There are plenty of windows slates coming but I WANT pen and have been considering the much more expensive Asus EP121. I think I am in on this one. Too expensive?? I bought my wife an iPad for this much and she watches movies and plays games. Really?

thenetavenger has it right. REAL digitizers are expensive (too bad).

I have been using some sort of pen input since the first Palm. I have an iPhone and really miss having a good input option but then we all know how poorly Apple has done keyboards. (predictive text anyone?)

Great product but this price!! I am happy finally a tablet is coming out with stylus AND touch. Perfect for drawing with my kids. Now if this was in the 400$ it would be a no brainer ( for me) but at this price point it is a hard no.

HP should have released an Android tablet instead. Windows 7 on tablets is like Windows mobile on smartphones - a lame duck.

Joey S said,
HP should have released an Android tablet instead. Windows 7 on tablets is like Windows mobile on smartphones - a lame duck.

Funny...

(Wait, you weren't being serious, were you?)

Android isn't as fast as people think, especially when you get to desktop class hardware and can run numbers comparing it against something like Windows 7.

It seems that HP hasn't learn its lesson! Highly priced, low spec (for the price), too late, it comes among a sea of other tablets that more or less have established a certain status in sales.
It will end up like it's previous fail.

Nikos_GR said,
It seems that HP hasn't learn its lesson! Highly priced, low spec (for the price), too late, it comes among a sea of other tablets that more or less have established a certain status in sales.
It will end up like it's previous fail.

The display costs as much as the cheaper netbooks slates alone, and this author and other don't seem to understand that REAL digitizer quality/level screens are not iPad cheap...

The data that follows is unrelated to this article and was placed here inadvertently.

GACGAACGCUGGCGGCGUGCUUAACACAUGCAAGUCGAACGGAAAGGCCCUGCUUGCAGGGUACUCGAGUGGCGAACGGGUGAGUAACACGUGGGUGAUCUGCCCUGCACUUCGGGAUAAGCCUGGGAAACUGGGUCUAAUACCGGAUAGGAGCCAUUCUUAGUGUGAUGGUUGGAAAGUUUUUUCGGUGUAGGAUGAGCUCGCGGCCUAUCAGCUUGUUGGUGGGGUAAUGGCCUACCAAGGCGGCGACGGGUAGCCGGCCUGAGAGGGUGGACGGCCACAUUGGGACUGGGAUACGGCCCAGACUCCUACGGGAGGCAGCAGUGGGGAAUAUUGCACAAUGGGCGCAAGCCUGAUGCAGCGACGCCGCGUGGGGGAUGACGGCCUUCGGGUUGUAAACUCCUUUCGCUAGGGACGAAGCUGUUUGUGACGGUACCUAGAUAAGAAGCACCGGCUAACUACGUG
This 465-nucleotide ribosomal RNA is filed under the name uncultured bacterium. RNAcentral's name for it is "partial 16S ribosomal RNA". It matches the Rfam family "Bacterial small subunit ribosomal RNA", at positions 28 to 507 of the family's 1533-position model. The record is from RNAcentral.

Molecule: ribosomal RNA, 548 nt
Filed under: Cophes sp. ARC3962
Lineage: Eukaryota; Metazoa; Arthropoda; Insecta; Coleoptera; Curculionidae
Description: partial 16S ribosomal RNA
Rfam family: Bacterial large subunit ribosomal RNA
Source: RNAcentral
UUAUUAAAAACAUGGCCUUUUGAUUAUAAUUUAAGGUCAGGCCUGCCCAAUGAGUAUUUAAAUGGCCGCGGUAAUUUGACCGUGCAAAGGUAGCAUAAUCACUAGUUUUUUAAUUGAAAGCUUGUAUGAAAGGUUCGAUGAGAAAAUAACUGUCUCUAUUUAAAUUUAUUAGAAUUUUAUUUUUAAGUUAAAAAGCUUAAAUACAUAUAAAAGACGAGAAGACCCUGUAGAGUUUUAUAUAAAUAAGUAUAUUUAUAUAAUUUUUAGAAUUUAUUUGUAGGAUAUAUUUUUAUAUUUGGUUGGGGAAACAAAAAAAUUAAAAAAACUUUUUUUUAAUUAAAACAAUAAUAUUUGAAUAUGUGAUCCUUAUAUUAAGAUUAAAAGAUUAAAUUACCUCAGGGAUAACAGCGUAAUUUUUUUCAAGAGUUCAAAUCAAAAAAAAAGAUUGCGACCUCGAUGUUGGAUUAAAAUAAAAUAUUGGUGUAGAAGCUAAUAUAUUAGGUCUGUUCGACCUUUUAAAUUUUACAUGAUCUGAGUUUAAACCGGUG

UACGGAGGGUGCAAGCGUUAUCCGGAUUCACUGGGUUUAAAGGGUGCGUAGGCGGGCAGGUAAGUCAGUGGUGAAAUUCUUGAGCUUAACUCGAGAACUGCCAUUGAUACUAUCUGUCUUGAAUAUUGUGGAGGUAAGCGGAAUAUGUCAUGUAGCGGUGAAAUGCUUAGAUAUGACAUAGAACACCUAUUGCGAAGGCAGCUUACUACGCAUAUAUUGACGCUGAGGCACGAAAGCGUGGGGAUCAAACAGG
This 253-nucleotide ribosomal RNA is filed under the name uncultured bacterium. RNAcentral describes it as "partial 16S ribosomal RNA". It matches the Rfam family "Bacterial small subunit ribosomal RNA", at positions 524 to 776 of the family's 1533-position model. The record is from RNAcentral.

(And ironically, the freaking iPad is more expensive and 10 to 100 times slower)

smooth3006 said,
Boy you people are brutal on here anymore. They should close any comments on their future articles.

Exactly, and we should stop visiting this site all together... Good idea (question mark)

Windows 7/Stylus concept hasn't been wildly successful in any other product to date

Seriously? What your metric or reality?

In business and corporate users, Windows7 touch and Windows7 touch/stylus is far more 'wildly' used than any other tablet/touch/slate device.

I know the iPad movement with consumers and the cute commercials make people forget reality, but when it comes to the real world, companies doing large deployment of Windows7 convertible/slate/TabletPC devices is far more prevalent than what people inside the Apple bubble realize.

I also find it curious that this article, like others, tend to 'downplay' the Stylus like it is some 'old technology'... Yet having a 'stylus' that is pressure sensitive is far more productive for paint, drawing, and handwriting. The handwriting part is not as easy as a keyboard for some users, but for non-keyboard users is far easier, and is also far easier and faster than an iPad with a touch screen only keyboard solution.

I guess some people are still stuck at finger painting. Without pressure sensitive displays.

I personally prefer drawing with a real feeling pencil/pen/paintbrush, and like for my handwritten notes to be recognized and retained with my doodles and side notes that are scribbled on the side of the page.

Also being Windows 7, I also like to have my meeting recorded with the time-line of my notes synchronized with the audio. It is also handy to have the audio transcribed as needed so I can dictate several pages of typing faster than even a proficient typist can produce. When I'm working on a book, project, and ideas.

---

I agree the price is a bit high on this device with the Atom processor.

However, have you asked yourself why the price is so high on the iPad, when it is slower than this computer with the Atom processsor? Funny that little facts like that are overlooked.

Especially when this device is 10 to 1000 times faster than an iPad2, for things that people 'think' the iPad is designed for, like web browsing, light applications, video, media, etc.

So ya, this is a bit overpriced for an Atom device, but using this metric the ARM based iPad2 is horribly overpriced.

When can we expect the article exposing the iPad for its high price and low performance and lack of a pressure sensitive display that can use a real Stylus?

*My performance numbers and comparison is based on the first generation HP Slate, so the performance notes above and personal impressions should be a larger difference and more contrastive when compared to an iPad2.

Edited by thenetavenger, Nov 4 2011, 3:38am :